A gloomy picture: ‘Services, not surveys, can help underfed kids’

Speakers identify factors, such as cultural taboos, lack of awareness behind the dismal picture.

Our Correspondent March 08, 2014
The project will be implemented in 29 UCs of the two districts and the total target is 348,632 children. ILLUSTRATION: JAMAL KHURSHID


Not surveys but the actual provision of basic facilities, including food, potable water, sanitation, immunisation, hospitals, doctors and nurses, will save the malnourished children of rural Sindh, said Sindh health department’s additional secretary for technical, Dr Mohammad Aslam Pechuho, on Friday.

During the launch ceremony of ‘Stunting Prevention Project in Thatta and Sajawal’, anthropometric equipment was handed over to officials of the Sindh health department at the Movenpick Hotel. Speakers said the children of Sindh are suffering from malnutrition, stressing that urgent and result-oriented measures are the need of the hour.

“There is no shortage of food in Sindh. The problem is cultural taboos and lack of awareness,” said Dr Pechuho. “Floods and natural disasters have badly affected the province. Mere lip-service isn’t going to help. Sincere commitment and the completion of managerial tasks is the way forward,” he advised.

World Food Programme (WFP) country director Lola Castro said poor children should be provided access to food before their growth is stunted. “Many infectious diseases put the lives of children at risk.”

Castro said that the WFP was working in Thatta and Sajawal districts with the help of the provincial government to efficiently tackle the problem. She said that the WFP was also involved in a few union councils of the Tharparkar district. “We have been asked by the provincial government to visit Tharparkar and, after assessment, we will expand our intervention in the district,” she confirmed.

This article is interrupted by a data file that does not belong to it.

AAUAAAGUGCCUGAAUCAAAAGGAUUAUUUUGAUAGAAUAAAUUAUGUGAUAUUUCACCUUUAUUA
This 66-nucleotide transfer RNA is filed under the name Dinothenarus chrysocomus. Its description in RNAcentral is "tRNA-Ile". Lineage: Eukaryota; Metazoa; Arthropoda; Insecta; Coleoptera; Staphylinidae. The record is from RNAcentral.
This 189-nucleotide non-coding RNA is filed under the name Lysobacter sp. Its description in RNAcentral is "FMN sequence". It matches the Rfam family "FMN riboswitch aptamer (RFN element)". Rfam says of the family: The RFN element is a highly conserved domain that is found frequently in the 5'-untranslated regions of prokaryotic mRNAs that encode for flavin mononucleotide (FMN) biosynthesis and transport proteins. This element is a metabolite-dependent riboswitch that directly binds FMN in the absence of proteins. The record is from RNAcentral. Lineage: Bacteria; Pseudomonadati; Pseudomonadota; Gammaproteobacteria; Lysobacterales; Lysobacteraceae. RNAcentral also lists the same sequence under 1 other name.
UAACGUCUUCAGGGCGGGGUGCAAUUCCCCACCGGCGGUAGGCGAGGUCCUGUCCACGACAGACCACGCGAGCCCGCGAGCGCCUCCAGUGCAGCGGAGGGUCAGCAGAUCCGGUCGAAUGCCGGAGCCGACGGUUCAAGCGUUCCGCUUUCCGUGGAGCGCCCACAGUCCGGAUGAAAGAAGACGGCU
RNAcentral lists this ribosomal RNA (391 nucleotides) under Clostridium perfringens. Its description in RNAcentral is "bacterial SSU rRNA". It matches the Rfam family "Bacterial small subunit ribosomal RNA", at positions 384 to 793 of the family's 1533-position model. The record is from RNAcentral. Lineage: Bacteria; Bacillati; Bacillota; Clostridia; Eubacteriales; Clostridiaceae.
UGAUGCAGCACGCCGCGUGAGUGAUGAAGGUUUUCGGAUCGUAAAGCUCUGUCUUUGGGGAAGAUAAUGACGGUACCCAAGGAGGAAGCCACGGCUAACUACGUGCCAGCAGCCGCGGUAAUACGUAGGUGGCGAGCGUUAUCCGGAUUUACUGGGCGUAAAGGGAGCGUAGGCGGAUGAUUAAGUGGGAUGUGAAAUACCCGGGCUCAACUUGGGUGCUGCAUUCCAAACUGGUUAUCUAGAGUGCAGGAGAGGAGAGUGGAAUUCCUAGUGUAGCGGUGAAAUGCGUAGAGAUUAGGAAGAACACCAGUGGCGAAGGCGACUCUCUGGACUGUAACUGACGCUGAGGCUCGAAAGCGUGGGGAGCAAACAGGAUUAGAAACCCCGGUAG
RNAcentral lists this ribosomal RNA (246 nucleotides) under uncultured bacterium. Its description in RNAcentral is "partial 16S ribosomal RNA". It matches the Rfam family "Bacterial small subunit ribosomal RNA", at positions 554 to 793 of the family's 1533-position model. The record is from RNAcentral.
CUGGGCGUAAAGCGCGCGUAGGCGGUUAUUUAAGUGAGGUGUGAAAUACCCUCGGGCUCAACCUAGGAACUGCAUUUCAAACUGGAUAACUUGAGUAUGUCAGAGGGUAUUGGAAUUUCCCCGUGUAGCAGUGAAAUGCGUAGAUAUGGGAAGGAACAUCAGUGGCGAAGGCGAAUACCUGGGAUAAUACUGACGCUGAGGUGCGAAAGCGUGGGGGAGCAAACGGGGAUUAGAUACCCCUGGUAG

Sindh health director-general Dr Ashfaque Memon said they appreciate the efforts of their partners in Thatta and Sajawal. “The situation in Tharparkar is very critical. Let’s go there as we could do something for the needy and poor children,” he asked the participants.

“The province of Sindh is about 72 per cent food insecure,” disclosed Sindh’s focal person for nutrition, Dr Durre Shahawar. “The problem is growing not only in Sindh but across the country,” she added.

Dr Shahawar said if the growth of a child of about two years of age is stunted because of malnutrition, then it cannot be reversed till a certain age. “The first two years of a child are very important,” she stressed, highlighting the importance of nutrition and breastfeeding.

Dr Roshan Ali Bhatti, the provincial coordinator on National Programme for Family Planning and Primary Healthcare, urged that the transfer of funds from international non-government organisations should be made transparent. “We need more practical work rather than just paper work,” he added.

Stunting Prevention Project

The project will be implemented in 29 UCs of the two districts and the total target is 348,632 children. Thatta and Sajawal are identified by the provincial government in the Strategic Nutrition Response Plan as districts with the high prevalence of malnourished children and unhealthy pregnant and lactating women.

Since 1999, the districts have experienced six disasters, including cyclone in 1999, drought in 2000, earthquake in 2001, drought and floods in 2003, monsoon floods in 2010 and torrential rains in 2011.

Published in The Express Tribune, March 9th, 2014.

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